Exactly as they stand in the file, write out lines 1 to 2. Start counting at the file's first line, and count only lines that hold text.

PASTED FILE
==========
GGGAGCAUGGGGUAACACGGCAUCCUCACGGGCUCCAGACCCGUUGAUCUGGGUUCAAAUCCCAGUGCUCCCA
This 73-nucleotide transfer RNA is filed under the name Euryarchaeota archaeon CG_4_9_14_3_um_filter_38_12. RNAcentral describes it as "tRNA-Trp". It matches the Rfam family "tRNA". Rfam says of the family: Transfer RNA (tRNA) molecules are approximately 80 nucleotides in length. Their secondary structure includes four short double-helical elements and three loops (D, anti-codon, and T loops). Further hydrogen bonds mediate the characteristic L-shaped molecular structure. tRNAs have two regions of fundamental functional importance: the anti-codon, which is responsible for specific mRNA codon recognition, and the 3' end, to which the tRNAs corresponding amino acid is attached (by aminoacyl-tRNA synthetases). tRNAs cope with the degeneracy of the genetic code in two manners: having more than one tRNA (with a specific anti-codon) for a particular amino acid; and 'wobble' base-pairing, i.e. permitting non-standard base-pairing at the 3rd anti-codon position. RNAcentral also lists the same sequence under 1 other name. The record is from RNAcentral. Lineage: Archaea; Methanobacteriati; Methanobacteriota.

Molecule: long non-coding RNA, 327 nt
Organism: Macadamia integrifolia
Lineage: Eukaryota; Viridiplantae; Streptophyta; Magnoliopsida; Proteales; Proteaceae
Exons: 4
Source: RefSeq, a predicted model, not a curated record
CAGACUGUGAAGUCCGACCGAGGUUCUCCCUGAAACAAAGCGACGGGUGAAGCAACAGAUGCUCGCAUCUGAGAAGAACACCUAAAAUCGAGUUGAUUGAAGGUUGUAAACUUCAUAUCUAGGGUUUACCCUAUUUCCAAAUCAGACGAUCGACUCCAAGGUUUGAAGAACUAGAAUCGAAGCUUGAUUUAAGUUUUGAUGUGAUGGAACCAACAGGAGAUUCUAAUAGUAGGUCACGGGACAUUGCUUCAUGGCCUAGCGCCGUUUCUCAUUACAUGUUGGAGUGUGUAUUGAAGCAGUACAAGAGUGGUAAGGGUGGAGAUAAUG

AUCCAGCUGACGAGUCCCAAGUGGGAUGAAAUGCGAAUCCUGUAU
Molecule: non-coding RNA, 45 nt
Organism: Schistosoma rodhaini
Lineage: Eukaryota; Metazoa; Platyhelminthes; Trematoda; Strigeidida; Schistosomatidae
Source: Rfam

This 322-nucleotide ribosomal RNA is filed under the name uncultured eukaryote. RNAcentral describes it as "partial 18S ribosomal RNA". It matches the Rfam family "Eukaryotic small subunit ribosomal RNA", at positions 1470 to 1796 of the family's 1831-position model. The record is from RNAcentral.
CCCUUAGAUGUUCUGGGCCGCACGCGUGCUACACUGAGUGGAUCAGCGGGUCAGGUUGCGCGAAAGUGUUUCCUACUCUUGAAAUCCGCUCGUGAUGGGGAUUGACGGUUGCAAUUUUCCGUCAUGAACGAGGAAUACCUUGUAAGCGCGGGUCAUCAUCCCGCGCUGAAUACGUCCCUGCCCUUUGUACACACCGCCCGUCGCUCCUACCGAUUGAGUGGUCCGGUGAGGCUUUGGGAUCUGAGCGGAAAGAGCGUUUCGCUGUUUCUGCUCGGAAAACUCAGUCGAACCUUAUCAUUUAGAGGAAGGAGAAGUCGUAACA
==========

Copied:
GGGAGCAUGGGGUAACACGGCAUCCUCACGGGCUCCAGACCCGUUGAUCUGGGUUCAAAUCCCAGUGCUCCCA
This 73-nucleotide transfer RNA is filed under the name Euryarchaeota archaeon CG_4_9_14_3_um_filter_38_12. RNAcentral describes it as "tRNA-Trp". It matches the Rfam family "tRNA". Rfam says of the family: Transfer RNA (tRNA) molecules are approximately 80 nucleotides in length. Their secondary structure includes four short double-helical elements and three loops (D, anti-codon, and T loops). Further hydrogen bonds mediate the characteristic L-shaped molecular structure. tRNAs have two regions of fundamental functional importance: the anti-codon, which is responsible for specific mRNA codon recognition, and the 3' end, to which the tRNAs corresponding amino acid is attached (by aminoacyl-tRNA synthetases). tRNAs cope with the degeneracy of the genetic code in two manners: having more than one tRNA (with a specific anti-codon) for a particular amino acid; and 'wobble' base-pairing, i.e. permitting non-standard base-pairing at the 3rd anti-codon position. RNAcentral also lists the same sequence under 1 other name. The record is from RNAcentral. Lineage: Archaea; Methanobacteriati; Methanobacteriota.